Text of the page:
Sake-flavoured rice cream and a Sunday school series of wines are yours to find in Vancouver
Vancouver’s Railtown and Granville Island have memorable wineries to experience
When visiting Vancouver, there are hundreds of restaurants, eateries and bars vying for your attention and business. If you’d like to taste a classy wine with friends at a historic downtown winery or sip sake on beautiful Granville Island, these two destinations should top your must-visit list.
Vancouver Urban Winery
Vancouver Urban Winery (VUW) opened its doors in a former steel warehouse in Vancouver’s Railtown neighbourhood in 2012. The multifunctional 15,000-square-foot open-concept space has a rustic lounge with a kitchen, customized tables, a tank and barrel room featuring the in-house brewery, tanks and a fully operational winery that produces a unique collection of wines. Once a foundry, the space has been completely renovated by internationally acclaimed, Vancouver-based designer Omer Arbel.
In addition to producing, bottling and selling wines under its own VUW label, visitors can experience Vancouver Urban Winery’s extensive wine-on-tap program that features 36 different wines ranging from white to rosé to red with a special focus on those from B.C.
“Vancouver Urban Winery holds wine-tasting events each month,” said Steve Thorp, co-founder and CEO of Vancouver Urban Winery, “such as the Sunday school series featuring multiple flights of wine served blind.”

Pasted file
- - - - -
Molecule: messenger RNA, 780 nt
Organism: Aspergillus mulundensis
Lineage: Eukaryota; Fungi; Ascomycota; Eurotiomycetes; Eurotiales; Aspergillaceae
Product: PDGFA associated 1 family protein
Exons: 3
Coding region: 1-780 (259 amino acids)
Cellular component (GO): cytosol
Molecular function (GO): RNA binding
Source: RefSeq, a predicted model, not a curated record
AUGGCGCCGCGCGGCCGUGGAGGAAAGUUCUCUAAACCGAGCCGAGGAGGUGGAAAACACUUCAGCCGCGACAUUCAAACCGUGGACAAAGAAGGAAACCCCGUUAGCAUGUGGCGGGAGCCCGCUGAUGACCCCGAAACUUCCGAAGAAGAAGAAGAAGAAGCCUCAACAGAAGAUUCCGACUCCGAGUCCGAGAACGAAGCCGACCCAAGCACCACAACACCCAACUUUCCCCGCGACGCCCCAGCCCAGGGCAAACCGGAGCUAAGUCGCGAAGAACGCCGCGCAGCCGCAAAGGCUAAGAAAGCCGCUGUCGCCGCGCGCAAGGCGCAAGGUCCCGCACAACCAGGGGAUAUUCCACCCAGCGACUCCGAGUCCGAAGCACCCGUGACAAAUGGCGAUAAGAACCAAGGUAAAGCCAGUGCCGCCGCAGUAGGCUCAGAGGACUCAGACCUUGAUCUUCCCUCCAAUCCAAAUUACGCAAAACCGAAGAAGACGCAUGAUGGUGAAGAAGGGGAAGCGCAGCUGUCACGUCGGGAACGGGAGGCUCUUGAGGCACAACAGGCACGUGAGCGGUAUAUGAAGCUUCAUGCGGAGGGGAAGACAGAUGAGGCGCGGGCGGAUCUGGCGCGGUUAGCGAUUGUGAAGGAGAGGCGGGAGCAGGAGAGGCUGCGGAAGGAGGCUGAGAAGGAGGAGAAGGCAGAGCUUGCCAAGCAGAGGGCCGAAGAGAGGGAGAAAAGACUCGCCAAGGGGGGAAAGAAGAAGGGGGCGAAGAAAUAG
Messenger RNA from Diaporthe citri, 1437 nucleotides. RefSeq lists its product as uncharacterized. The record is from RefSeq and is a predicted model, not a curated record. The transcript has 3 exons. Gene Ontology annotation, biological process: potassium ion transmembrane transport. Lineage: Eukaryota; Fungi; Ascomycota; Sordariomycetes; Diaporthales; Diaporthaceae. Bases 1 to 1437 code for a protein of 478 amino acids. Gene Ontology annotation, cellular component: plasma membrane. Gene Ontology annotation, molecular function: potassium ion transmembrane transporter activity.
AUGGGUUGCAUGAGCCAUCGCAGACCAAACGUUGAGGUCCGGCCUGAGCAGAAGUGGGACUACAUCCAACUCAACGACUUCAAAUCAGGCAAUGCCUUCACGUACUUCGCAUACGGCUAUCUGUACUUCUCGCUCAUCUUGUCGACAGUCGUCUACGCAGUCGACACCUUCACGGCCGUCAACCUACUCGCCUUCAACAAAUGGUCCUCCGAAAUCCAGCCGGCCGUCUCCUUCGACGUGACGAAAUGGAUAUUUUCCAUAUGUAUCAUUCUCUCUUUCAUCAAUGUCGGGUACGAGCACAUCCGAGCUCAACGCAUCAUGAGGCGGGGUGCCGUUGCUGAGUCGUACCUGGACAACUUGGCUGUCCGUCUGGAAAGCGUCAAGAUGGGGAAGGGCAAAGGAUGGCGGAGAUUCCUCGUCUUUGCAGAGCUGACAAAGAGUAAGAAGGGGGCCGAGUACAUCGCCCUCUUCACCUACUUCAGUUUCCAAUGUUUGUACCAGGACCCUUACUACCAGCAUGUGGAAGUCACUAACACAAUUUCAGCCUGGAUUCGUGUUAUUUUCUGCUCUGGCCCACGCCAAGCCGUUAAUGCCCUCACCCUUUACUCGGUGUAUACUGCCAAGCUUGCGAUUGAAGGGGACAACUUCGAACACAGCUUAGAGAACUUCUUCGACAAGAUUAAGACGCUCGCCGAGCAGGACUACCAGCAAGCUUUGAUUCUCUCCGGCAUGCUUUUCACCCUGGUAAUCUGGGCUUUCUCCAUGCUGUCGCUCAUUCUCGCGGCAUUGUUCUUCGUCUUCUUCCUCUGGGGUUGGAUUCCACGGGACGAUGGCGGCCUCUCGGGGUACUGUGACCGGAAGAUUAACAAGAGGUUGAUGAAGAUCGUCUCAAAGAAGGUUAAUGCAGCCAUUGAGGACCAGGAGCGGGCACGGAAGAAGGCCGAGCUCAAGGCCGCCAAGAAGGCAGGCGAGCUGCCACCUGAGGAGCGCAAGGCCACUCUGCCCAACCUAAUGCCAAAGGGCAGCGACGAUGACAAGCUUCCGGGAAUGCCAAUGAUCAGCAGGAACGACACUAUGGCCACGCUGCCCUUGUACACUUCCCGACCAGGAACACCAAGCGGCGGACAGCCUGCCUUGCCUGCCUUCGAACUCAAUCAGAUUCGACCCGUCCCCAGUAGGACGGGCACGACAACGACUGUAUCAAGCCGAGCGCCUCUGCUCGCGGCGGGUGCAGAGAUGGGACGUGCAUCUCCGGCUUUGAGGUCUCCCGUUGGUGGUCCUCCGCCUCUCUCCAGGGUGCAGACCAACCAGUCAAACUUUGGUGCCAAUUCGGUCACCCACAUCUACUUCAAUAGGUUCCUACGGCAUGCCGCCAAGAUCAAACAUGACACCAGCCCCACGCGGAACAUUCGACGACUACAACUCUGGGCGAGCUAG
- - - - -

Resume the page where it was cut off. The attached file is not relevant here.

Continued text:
Thorp recommends the Reliance Series—VUW’s first wines made entirely in Vancouver at the Railtown facility and sourced from single vineyards in the Okanagan.
Granville Island is home to Canada's first premium craft sake maker and rice grower, Artisan Sakemaker. “Our sake is made from 100 per cent B.C.-grown rice with the traditional method but westernized style in flavour to compliment with our West Coast cuisine,” said Andrew Doan, Artisan Sakemaker store manager. “Our sake tastes and feels closer to wine, which many wine drinkers can relate to.”
Artisan Sakemaker’s signature sake is Junmai Nama. Junmai (made from pure rice) Nama (unpasteurized) is made using only rice, water and yeast as ingredients. No distilled alcohol is added.
Try out the sake trio tasting menu (three samples for $5) or drink a glass of warm or cold sake. If you’re hankering for something to munch on, Artisan Sakemaker has you covered. “We have snacks to go with sake,” said Doan. “Japaball, edamame, a cheese plate of three different types of cheese and our signature alcohol-free rice cream made from sake's bi-product called sake kasu, which gives the ice cream a hint of sake flavour.”